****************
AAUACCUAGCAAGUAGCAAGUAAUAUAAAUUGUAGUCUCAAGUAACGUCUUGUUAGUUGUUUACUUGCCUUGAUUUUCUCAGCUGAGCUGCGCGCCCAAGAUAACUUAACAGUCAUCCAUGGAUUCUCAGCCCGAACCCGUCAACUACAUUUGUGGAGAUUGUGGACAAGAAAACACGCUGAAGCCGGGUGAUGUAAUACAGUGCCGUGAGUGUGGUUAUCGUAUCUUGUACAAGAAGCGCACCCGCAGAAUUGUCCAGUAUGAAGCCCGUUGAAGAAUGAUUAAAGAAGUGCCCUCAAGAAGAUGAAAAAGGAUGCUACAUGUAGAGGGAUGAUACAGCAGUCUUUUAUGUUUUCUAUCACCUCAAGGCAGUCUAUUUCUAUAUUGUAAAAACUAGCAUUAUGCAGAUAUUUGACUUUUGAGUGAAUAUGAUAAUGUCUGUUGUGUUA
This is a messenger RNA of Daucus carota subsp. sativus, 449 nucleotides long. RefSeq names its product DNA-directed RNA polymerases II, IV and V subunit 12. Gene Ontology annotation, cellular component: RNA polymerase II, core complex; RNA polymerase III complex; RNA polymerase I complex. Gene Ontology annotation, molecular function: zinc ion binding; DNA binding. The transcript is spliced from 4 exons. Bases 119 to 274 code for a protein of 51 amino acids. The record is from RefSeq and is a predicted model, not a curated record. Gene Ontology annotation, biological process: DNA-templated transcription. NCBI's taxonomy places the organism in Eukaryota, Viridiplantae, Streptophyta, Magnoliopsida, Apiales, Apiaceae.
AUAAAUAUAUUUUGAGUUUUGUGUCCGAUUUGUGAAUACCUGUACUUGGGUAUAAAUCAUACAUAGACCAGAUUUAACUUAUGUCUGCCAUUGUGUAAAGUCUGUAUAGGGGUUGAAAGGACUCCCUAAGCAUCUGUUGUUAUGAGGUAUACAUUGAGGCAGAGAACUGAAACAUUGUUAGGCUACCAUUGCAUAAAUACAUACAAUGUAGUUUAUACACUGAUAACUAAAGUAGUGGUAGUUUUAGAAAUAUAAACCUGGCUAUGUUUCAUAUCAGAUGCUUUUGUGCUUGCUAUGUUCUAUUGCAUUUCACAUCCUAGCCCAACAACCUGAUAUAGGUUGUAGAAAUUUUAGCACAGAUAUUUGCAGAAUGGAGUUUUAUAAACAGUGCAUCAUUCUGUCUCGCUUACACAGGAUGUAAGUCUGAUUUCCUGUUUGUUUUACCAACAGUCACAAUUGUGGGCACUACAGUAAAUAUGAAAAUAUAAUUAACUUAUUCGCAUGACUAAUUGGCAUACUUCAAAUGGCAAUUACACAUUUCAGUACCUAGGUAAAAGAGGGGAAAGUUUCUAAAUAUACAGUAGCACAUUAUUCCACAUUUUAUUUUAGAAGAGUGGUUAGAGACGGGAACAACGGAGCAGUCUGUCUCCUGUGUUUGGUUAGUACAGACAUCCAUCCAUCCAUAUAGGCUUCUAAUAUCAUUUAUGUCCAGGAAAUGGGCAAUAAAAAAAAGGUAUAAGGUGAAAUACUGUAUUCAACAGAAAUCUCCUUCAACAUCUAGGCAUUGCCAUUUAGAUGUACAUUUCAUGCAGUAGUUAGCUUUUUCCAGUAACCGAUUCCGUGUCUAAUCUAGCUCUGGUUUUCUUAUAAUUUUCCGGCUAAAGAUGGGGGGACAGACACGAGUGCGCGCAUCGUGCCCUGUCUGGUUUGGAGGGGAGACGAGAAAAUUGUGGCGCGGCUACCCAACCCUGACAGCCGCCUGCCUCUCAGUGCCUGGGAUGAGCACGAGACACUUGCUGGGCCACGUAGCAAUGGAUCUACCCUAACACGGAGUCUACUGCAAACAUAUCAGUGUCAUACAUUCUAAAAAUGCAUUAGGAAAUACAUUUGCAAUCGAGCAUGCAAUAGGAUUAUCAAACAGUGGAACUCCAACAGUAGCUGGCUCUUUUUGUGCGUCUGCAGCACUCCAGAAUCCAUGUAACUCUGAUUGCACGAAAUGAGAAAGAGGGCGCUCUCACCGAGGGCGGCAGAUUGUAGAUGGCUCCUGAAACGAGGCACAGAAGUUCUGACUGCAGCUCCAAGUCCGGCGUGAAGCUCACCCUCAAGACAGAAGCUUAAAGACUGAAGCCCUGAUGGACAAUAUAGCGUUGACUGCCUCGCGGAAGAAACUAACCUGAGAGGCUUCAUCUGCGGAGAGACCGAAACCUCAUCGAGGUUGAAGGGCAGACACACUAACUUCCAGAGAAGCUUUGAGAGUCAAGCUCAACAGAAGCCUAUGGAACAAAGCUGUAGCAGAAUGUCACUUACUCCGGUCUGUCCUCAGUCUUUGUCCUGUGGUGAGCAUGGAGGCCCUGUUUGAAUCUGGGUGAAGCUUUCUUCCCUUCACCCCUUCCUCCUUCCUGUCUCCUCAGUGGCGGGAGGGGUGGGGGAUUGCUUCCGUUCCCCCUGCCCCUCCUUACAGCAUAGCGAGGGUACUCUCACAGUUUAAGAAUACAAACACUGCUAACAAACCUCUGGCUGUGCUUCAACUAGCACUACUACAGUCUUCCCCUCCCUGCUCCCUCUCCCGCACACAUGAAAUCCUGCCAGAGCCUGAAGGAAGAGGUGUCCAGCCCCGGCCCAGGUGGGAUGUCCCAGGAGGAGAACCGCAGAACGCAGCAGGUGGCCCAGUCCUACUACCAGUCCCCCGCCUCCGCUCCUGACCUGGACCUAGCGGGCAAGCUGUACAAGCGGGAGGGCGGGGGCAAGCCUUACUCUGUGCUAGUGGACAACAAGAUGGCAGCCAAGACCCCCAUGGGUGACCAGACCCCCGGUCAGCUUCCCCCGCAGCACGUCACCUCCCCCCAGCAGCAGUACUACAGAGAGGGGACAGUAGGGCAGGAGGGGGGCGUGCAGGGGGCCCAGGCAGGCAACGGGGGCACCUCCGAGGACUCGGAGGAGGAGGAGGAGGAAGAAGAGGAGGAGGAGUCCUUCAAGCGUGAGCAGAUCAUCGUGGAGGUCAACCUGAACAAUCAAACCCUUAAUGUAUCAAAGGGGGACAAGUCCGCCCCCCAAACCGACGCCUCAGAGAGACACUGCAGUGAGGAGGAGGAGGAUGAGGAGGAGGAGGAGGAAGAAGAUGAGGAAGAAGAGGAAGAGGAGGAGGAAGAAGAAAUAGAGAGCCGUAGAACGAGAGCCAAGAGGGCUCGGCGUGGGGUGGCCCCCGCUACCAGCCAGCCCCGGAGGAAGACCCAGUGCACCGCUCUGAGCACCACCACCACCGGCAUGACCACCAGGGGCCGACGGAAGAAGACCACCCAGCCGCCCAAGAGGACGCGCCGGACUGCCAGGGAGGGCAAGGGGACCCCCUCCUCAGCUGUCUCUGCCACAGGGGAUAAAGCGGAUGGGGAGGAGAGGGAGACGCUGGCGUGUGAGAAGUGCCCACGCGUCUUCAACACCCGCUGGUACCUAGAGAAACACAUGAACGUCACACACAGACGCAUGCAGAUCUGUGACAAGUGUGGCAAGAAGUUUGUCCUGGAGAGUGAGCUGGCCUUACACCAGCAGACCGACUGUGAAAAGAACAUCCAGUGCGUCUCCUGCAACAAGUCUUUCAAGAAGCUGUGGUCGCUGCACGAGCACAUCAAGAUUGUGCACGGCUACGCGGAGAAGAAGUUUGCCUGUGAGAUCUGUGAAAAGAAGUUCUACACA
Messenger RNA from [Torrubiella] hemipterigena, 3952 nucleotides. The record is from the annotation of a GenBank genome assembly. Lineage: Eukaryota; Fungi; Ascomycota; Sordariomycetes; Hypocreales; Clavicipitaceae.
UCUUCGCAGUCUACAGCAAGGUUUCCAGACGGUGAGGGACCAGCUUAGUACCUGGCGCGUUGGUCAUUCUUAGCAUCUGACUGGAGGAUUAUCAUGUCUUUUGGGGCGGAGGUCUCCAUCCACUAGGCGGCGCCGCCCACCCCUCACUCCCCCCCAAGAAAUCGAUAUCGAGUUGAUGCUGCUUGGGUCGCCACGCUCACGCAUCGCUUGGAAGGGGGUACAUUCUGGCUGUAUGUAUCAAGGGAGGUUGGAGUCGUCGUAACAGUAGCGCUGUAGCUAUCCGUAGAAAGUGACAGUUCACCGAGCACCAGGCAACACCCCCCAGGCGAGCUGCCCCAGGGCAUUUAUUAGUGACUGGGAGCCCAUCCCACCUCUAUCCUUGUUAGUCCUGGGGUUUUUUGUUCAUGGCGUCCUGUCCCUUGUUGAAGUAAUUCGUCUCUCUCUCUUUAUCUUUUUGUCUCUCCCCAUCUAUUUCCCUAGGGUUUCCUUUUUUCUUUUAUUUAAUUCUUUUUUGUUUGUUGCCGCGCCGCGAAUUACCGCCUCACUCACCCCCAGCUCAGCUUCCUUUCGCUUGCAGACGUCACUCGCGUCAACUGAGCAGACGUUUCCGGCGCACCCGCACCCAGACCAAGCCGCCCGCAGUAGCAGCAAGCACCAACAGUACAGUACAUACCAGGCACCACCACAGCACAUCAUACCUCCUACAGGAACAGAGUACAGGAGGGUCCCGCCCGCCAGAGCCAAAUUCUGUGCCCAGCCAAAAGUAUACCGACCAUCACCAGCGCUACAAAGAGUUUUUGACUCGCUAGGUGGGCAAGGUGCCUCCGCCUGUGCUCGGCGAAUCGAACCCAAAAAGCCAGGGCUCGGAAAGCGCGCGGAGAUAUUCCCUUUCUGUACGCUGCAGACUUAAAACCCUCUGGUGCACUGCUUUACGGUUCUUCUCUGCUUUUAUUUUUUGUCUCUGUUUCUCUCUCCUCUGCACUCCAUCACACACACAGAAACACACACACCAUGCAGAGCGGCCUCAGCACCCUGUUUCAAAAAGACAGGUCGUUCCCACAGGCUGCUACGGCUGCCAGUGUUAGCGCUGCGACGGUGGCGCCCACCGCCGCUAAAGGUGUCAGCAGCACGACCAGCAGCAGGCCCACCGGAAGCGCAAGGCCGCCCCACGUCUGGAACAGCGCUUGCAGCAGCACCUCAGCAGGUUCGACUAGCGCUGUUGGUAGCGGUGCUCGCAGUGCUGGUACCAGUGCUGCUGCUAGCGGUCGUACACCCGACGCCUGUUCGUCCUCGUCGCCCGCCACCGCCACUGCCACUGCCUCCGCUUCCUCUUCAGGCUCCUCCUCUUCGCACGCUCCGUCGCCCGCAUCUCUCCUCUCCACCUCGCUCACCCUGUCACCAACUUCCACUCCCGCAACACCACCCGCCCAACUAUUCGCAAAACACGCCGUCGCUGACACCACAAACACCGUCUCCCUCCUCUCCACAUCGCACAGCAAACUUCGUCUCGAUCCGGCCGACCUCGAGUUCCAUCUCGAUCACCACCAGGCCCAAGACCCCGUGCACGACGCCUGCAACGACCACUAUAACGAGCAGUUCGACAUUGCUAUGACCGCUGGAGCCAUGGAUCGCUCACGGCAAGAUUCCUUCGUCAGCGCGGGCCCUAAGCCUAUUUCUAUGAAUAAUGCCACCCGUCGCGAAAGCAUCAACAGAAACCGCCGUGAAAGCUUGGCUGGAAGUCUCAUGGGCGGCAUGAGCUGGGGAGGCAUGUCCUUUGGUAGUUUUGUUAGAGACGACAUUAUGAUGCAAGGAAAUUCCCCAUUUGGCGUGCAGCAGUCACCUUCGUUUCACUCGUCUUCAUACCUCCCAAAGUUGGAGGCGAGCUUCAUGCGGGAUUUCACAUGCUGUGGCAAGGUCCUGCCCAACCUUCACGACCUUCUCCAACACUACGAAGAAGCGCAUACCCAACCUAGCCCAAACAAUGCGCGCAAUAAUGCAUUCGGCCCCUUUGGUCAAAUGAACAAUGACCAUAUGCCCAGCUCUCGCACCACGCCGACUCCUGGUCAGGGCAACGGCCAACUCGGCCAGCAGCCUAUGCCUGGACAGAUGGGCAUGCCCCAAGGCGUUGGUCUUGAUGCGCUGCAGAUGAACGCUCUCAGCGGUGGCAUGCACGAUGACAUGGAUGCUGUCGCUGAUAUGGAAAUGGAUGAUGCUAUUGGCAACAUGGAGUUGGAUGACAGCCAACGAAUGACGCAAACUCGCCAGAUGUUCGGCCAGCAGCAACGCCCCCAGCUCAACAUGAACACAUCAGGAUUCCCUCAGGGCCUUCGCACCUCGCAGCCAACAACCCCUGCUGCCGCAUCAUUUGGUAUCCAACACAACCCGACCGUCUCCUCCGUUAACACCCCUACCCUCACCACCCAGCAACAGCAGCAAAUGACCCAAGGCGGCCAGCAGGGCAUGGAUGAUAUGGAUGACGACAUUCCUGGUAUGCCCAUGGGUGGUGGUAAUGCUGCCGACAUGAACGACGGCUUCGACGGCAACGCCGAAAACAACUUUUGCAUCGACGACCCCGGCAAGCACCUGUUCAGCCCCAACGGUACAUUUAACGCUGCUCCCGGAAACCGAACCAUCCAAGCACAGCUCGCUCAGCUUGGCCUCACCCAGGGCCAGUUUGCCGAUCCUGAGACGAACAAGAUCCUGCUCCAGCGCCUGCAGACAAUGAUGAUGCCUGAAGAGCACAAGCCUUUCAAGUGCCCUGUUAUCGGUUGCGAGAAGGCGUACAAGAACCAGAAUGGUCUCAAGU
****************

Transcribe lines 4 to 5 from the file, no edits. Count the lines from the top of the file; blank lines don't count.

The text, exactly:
Messenger RNA from [Torrubiella] hemipterigena, 3952 nucleotides. The record is from the annotation of a GenBank genome assembly. Lineage: Eukaryota; Fungi; Ascomycota; Sordariomycetes; Hypocreales; Clavicipitaceae.
UCUUCGCAGUCUACAGCAAGGUUUCCAGACGGUGAGGGACCAGCUUAGUACCUGGCGCGUUGGUCAUUCUUAGCAUCUGACUGGAGGAUUAUCAUGUCUUUUGGGGCGGAGGUCUCCAUCCACUAGGCGGCGCCGCCCACCCCUCACUCCCCCCCAAGAAAUCGAUAUCGAGUUGAUGCUGCUUGGGUCGCCACGCUCACGCAUCGCUUGGAAGGGGGUACAUUCUGGCUGUAUGUAUCAAGGGAGGUUGGAGUCGUCGUAACAGUAGCGCUGUAGCUAUCCGUAGAAAGUGACAGUUCACCGAGCACCAGGCAACACCCCCCAGGCGAGCUGCCCCAGGGCAUUUAUUAGUGACUGGGAGCCCAUCCCACCUCUAUCCUUGUUAGUCCUGGGGUUUUUUGUUCAUGGCGUCCUGUCCCUUGUUGAAGUAAUUCGUCUCUCUCUCUUUAUCUUUUUGUCUCUCCCCAUCUAUUUCCCUAGGGUUUCCUUUUUUCUUUUAUUUAAUUCUUUUUUGUUUGUUGCCGCGCCGCGAAUUACCGCCUCACUCACCCCCAGCUCAGCUUCCUUUCGCUUGCAGACGUCACUCGCGUCAACUGAGCAGACGUUUCCGGCGCACCCGCACCCAGACCAAGCCGCCCGCAGUAGCAGCAAGCACCAACAGUACAGUACAUACCAGGCACCACCACAGCACAUCAUACCUCCUACAGGAACAGAGUACAGGAGGGUCCCGCCCGCCAGAGCCAAAUUCUGUGCCCAGCCAAAAGUAUACCGACCAUCACCAGCGCUACAAAGAGUUUUUGACUCGCUAGGUGGGCAAGGUGCCUCCGCCUGUGCUCGGCGAAUCGAACCCAAAAAGCCAGGGCUCGGAAAGCGCGCGGAGAUAUUCCCUUUCUGUACGCUGCAGACUUAAAACCCUCUGGUGCACUGCUUUACGGUUCUUCUCUGCUUUUAUUUUUUGUCUCUGUUUCUCUCUCCUCUGCACUCCAUCACACACACAGAAACACACACACCAUGCAGAGCGGCCUCAGCACCCUGUUUCAAAAAGACAGGUCGUUCCCACAGGCUGCUACGGCUGCCAGUGUUAGCGCUGCGACGGUGGCGCCCACCGCCGCUAAAGGUGUCAGCAGCACGACCAGCAGCAGGCCCACCGGAAGCGCAAGGCCGCCCCACGUCUGGAACAGCGCUUGCAGCAGCACCUCAGCAGGUUCGACUAGCGCUGUUGGUAGCGGUGCUCGCAGUGCUGGUACCAGUGCUGCUGCUAGCGGUCGUACACCCGACGCCUGUUCGUCCUCGUCGCCCGCCACCGCCACUGCCACUGCCUCCGCUUCCUCUUCAGGCUCCUCCUCUUCGCACGCUCCGUCGCCCGCAUCUCUCCUCUCCACCUCGCUCACCCUGUCACCAACUUCCACUCCCGCAACACCACCCGCCCAACUAUUCGCAAAACACGCCGUCGCUGACACCACAAACACCGUCUCCCUCCUCUCCACAUCGCACAGCAAACUUCGUCUCGAUCCGGCCGACCUCGAGUUCCAUCUCGAUCACCACCAGGCCCAAGACCCCGUGCACGACGCCUGCAACGACCACUAUAACGAGCAGUUCGACAUUGCUAUGACCGCUGGAGCCAUGGAUCGCUCACGGCAAGAUUCCUUCGUCAGCGCGGGCCCUAAGCCUAUUUCUAUGAAUAAUGCCACCCGUCGCGAAAGCAUCAACAGAAACCGCCGUGAAAGCUUGGCUGGAAGUCUCAUGGGCGGCAUGAGCUGGGGAGGCAUGUCCUUUGGUAGUUUUGUUAGAGACGACAUUAUGAUGCAAGGAAAUUCCCCAUUUGGCGUGCAGCAGUCACCUUCGUUUCACUCGUCUUCAUACCUCCCAAAGUUGGAGGCGAGCUUCAUGCGGGAUUUCACAUGCUGUGGCAAGGUCCUGCCCAACCUUCACGACCUUCUCCAACACUACGAAGAAGCGCAUACCCAACCUAGCCCAAACAAUGCGCGCAAUAAUGCAUUCGGCCCCUUUGGUCAAAUGAACAAUGACCAUAUGCCCAGCUCUCGCACCACGCCGACUCCUGGUCAGGGCAACGGCCAACUCGGCCAGCAGCCUAUGCCUGGACAGAUGGGCAUGCCCCAAGGCGUUGGUCUUGAUGCGCUGCAGAUGAACGCUCUCAGCGGUGGCAUGCACGAUGACAUGGAUGCUGUCGCUGAUAUGGAAAUGGAUGAUGCUAUUGGCAACAUGGAGUUGGAUGACAGCCAACGAAUGACGCAAACUCGCCAGAUGUUCGGCCAGCAGCAACGCCCCCAGCUCAACAUGAACACAUCAGGAUUCCCUCAGGGCCUUCGCACCUCGCAGCCAACAACCCCUGCUGCCGCAUCAUUUGGUAUCCAACACAACCCGACCGUCUCCUCCGUUAACACCCCUACCCUCACCACCCAGCAACAGCAGCAAAUGACCCAAGGCGGCCAGCAGGGCAUGGAUGAUAUGGAUGACGACAUUCCUGGUAUGCCCAUGGGUGGUGGUAAUGCUGCCGACAUGAACGACGGCUUCGACGGCAACGCCGAAAACAACUUUUGCAUCGACGACCCCGGCAAGCACCUGUUCAGCCCCAACGGUACAUUUAACGCUGCUCCCGGAAACCGAACCAUCCAAGCACAGCUCGCUCAGCUUGGCCUCACCCAGGGCCAGUUUGCCGAUCCUGAGACGAACAAGAUCCUGCUCCAGCGCCUGCAGACAAUGAUGAUGCCUGAAGAGCACAAGCCUUUCAAGUGCCCUGUUAUCGGUUGCGAGAAGGCGUACAAGAACCAGAAUGGUCUCAAGU